The fledgling autonomous car industry was dealt a serious setback after a female pedestrian was hit and killed by a driverless sports utility vehicle in the Phoenix suburb of Tempe on Sunday night.
Motor vehicle manufacturers like Ford and Tesla, as well technology companies like Uber and Waymo, have been working hard on self-driving technology in hopes of speeding the introduction of autonomous cars to American roadways, even urging Congress to relax safety regulations so that more testing can be done on public streets and highways. This fatality, believed to be the first pedestrian fatality caused by a driverless vehicle, will no doubt result in more scrutiny on the industry.
Case in point, shortly after the accident, Uber announced it was temporarily removing its autonomous vehicles in Tempe, San Francisco, Pittsburgh, and Toronto, where they are being tested. We literally just talked about the surge in driverless commercial trucks on America’s roadways. Now, let’s talk about this real-life case study in driverless passenger vehicles.
The Accident in Arizona
The accident reportedly occurred on a Sunday night, March 18th, when a 49-year-old woman was walking her bicycle across the street. It has been reported that she wasn’t in a crosswalk, and that there was a person behind the wheel of the driverless SUV, but it was in autonomous driving mode at the time of the accident. The woman survived the impact, but later died from her injuries at the hospital. Teams from the U.S. National Highway Traffic Safety Administration (NHTSA) and the National Transportation Safety Board (NTSB), as well as the Ministry of Transportation in Canada’s Ontario province, have launched investigations into the accident.
This incident comes nearly two years after the driver of a Tesla in Autopilot mode was killed when his vehicle crashed into a tractor-trailer that turned in front of him. The NTSB investigated the accident, and did not find a defect in Tesla’s Autopilot system, which requires the full attention of its human driver while it is being used.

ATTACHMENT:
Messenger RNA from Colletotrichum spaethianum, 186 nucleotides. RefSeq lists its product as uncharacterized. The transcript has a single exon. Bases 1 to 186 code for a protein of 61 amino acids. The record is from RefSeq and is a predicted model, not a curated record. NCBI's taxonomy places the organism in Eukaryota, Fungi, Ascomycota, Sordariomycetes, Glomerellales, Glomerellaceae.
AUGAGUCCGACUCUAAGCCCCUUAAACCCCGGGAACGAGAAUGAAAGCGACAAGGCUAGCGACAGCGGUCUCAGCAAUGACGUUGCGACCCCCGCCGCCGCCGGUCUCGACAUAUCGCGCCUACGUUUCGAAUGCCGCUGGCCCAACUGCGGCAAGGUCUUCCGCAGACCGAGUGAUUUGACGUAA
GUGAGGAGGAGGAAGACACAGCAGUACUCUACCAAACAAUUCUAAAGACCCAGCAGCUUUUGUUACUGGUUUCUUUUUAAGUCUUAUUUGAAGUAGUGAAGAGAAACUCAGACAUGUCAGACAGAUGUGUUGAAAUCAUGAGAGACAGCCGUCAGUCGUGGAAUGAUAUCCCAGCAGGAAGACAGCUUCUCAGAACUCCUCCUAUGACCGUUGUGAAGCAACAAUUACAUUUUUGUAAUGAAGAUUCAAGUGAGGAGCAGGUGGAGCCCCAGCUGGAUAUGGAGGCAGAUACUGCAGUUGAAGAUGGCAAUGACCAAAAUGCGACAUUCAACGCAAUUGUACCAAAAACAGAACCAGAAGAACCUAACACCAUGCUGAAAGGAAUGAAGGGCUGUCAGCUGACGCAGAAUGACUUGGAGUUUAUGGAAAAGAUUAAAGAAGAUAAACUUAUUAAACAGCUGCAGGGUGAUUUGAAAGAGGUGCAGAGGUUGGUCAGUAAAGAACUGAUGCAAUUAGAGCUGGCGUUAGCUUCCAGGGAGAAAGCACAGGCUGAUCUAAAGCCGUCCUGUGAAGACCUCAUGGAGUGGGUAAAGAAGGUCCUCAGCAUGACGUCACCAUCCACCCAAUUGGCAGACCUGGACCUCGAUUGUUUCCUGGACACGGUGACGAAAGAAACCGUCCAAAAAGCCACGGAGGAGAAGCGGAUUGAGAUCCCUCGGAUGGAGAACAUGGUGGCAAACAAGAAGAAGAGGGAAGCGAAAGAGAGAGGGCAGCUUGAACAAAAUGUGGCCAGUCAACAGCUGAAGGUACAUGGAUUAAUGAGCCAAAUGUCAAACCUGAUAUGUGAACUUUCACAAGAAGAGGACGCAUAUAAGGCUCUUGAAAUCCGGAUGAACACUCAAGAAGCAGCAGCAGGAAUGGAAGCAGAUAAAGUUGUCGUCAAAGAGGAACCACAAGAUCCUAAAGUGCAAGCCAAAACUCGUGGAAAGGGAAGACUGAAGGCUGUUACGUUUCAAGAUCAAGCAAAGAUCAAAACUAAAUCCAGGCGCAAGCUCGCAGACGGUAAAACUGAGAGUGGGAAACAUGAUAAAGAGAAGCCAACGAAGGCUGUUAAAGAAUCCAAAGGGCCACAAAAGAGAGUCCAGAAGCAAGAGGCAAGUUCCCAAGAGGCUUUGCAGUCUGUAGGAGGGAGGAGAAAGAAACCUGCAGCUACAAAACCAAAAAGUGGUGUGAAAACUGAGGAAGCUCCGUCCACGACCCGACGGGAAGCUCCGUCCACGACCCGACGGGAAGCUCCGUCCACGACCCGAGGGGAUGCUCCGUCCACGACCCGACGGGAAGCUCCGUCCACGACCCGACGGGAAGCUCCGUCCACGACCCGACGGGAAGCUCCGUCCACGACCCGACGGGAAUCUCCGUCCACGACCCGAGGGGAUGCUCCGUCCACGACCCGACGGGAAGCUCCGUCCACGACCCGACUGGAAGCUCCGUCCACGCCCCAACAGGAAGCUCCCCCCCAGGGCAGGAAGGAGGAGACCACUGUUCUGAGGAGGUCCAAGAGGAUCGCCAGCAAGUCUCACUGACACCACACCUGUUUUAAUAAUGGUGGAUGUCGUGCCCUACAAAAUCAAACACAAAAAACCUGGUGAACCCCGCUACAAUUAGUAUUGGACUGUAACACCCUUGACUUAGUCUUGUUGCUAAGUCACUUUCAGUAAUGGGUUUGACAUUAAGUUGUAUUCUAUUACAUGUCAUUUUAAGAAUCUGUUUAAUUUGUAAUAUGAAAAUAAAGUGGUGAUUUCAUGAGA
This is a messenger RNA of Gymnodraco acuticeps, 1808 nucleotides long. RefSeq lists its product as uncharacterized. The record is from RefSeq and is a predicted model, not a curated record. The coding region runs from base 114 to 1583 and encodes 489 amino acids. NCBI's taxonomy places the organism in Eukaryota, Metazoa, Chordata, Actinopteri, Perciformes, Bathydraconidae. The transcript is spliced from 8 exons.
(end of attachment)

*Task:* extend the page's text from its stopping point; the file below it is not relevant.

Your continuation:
In early 2018, another Tesla in Autopilot mode crashed into a parked fire truck in Culver City, California, but there were no injuries. (Here’s a previous blog we did about Tesla’s Autopilot and who might be held liable in that kind of accident.)
Some States Have Embraced Driverless Technology Testing
Arizona has been very friendly toward autonomous vehicles. In 2015, Governor Doug Ducey signed an executive order allowing the testing of driverless vehicles on Arizona’s roadways. This came after California regulators shut down Uber’s self-driving car tests after video footage surfaced showing an Uber driverless prototype running a red light in front of a pedestrian. An investigation found that Uber had failed to obtain testing permits in the state.
But attitudes in California have changed. In April of 2018, the state will become the first to allow completely unmanned autonomous vehicles to be tested on public roadways. However, regulations will require the self-driving vehicle to be monitored by a remote operator outside of the vehicle, ready to take over as needed. The remote operator must also have an open line of communication with police in case of an accident.
With all the emphasis on perfecting autonomous vehicle technology, it seems as though the widespread presence of driverless cars on America’s roads is inevitable. But we at the Belleville, Illinois, law offices of Hipskind & McAninch, LLC, hope that lawmakers will see to it that testing of self-driving cars is done with public safety as its foremost priority.